The adult, mammalian CNS does not regenerate after injury largely because of a glial scar and inhibitors of regeneration in myelin. To date, two myelin inhibitors, myelin-associated glycoprotein (MAG) and Nogo, both transmembrane proteins, have been identified. No secreted inhibitors of regeneration have been described. However, a proteolytic fragment of MAG (dMAG), consisting of the entire extracellular domain, is readily released from myelin and is found in vivo. Here, we show, first, that a soluble, chimeric form of MAG (MAG-Fc), when secreted from CHO cells in a collagen gel and hence in the absence of a fixed substrate, inhibits/deflects neurite outgrowth from P6 dorsal root ganglion (DRG) neurons. This inhibition was blocked when a MAG monoclonal antibody was included in the gel and a control chimera sialoadhesin-Fc (Sn-Fc), which, like MAG, binds neurons in a sialic acid-dependent manner but does not inhibit axonal growth, had no effect. Using the same assay system we showed that factors secreted from damaged white matter inhibited/deflected neurite outgrowth. This inhibition was neutralized when a MAG monoclonal antibody was included in the gel and there was no inhibition when white matter from a MAG knockout mouse was used. Factors secreted from damaged white matter from wild-type mice had no effect on neurite outgrowth from E18 DRG neurons. These results show that factors secreted from damaged white matter inhibit axonal regeneration and that the majority of inhibitory activity can be accounted for by dMAG. Thus, released dMAG is likely to play an important role in preventing regeneration, immediately after injury before the glial scar forms.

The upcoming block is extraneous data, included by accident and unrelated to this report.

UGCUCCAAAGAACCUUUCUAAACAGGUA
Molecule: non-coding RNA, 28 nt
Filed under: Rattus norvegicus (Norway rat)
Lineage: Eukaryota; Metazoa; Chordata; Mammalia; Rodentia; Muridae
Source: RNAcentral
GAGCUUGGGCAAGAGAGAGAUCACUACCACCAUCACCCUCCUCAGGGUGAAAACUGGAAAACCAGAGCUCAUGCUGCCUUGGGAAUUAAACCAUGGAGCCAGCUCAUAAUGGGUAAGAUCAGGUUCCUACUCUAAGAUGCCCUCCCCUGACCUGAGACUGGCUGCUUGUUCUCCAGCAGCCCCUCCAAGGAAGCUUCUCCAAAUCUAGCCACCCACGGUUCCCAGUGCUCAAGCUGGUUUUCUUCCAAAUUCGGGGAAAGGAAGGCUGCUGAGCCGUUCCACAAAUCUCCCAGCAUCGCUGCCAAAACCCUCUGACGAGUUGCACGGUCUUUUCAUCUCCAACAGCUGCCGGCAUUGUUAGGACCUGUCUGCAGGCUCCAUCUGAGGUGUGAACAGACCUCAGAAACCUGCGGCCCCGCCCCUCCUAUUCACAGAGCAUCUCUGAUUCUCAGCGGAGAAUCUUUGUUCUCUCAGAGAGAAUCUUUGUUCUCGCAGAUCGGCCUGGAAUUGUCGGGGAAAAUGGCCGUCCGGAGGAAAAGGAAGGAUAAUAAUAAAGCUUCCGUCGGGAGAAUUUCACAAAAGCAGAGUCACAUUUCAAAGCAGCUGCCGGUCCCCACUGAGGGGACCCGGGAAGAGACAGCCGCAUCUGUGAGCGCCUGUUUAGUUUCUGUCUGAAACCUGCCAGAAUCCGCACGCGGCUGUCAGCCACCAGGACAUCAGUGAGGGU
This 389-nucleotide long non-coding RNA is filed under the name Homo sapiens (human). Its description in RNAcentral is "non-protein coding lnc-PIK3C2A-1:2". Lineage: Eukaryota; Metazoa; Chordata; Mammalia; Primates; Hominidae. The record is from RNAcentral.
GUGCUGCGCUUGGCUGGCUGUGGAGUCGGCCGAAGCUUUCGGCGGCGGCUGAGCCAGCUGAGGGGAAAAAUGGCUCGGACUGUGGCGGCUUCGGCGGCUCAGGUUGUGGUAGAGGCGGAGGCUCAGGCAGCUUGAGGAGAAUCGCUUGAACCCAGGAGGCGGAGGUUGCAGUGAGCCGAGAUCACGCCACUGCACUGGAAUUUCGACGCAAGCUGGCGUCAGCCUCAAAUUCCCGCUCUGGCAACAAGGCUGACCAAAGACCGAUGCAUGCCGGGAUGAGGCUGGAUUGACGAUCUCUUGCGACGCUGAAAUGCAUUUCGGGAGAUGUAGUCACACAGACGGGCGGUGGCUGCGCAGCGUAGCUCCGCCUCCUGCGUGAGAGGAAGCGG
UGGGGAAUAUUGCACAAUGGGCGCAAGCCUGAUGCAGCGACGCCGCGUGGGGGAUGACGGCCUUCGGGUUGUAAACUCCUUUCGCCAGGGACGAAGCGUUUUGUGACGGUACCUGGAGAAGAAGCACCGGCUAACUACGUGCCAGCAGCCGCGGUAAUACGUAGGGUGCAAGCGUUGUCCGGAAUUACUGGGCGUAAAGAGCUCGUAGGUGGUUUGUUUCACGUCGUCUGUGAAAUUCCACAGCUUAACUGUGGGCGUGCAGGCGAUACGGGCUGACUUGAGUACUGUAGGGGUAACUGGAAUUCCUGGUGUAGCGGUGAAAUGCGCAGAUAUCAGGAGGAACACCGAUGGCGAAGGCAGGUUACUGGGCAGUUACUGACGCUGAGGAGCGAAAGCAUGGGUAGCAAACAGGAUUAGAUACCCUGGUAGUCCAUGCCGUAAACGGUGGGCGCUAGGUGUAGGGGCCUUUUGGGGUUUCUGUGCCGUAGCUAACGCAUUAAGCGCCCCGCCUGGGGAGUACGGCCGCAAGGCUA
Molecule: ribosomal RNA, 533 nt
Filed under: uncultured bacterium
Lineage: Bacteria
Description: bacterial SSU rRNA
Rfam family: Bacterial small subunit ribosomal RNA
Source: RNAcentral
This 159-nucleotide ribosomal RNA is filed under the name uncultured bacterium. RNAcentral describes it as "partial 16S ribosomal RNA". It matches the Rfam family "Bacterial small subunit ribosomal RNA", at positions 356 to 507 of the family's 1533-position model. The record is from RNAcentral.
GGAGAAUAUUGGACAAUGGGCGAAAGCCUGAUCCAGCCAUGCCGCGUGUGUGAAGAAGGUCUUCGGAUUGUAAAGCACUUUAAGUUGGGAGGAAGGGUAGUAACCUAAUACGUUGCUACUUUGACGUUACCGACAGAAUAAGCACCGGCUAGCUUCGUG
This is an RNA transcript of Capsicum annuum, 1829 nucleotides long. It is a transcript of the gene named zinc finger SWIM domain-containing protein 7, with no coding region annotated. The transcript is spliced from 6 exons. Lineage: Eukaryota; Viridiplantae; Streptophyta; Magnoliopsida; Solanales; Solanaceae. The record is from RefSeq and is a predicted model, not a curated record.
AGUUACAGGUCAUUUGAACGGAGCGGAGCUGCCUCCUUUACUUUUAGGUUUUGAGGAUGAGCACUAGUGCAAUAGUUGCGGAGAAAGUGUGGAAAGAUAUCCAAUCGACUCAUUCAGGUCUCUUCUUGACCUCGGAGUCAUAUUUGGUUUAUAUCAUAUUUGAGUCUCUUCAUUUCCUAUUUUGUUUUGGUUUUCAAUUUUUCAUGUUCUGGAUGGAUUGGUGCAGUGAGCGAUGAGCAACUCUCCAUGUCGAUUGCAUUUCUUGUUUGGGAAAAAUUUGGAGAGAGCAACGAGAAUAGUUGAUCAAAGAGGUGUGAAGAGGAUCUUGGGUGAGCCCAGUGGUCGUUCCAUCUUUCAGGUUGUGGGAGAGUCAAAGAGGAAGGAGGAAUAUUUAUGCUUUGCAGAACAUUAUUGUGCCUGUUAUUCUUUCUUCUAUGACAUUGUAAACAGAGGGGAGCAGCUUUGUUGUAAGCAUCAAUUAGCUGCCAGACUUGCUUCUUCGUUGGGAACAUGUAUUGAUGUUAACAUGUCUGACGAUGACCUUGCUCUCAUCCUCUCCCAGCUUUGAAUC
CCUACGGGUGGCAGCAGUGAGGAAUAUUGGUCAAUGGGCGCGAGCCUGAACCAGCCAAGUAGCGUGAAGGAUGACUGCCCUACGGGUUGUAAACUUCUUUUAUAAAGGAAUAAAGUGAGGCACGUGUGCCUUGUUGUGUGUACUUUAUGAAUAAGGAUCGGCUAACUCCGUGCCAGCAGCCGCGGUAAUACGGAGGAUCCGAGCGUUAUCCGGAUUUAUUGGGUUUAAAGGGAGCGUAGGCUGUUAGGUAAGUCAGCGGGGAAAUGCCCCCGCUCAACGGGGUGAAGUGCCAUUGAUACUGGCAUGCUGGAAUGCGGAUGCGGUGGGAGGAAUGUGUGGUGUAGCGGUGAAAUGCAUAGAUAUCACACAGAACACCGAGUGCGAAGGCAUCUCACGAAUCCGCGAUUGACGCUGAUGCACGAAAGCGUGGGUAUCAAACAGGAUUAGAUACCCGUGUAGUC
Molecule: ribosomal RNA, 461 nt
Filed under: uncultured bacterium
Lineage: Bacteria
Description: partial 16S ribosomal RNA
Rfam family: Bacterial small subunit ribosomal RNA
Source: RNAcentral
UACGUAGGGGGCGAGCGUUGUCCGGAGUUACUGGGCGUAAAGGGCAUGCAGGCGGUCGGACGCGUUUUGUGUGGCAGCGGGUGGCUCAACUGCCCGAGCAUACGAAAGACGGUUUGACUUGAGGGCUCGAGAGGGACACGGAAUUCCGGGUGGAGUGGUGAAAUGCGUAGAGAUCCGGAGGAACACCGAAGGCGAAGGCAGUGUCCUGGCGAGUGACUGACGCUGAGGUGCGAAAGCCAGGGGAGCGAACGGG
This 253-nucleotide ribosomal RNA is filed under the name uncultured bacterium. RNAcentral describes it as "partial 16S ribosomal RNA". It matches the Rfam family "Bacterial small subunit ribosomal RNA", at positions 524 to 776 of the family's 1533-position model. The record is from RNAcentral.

Copyright 2001 Academic Press.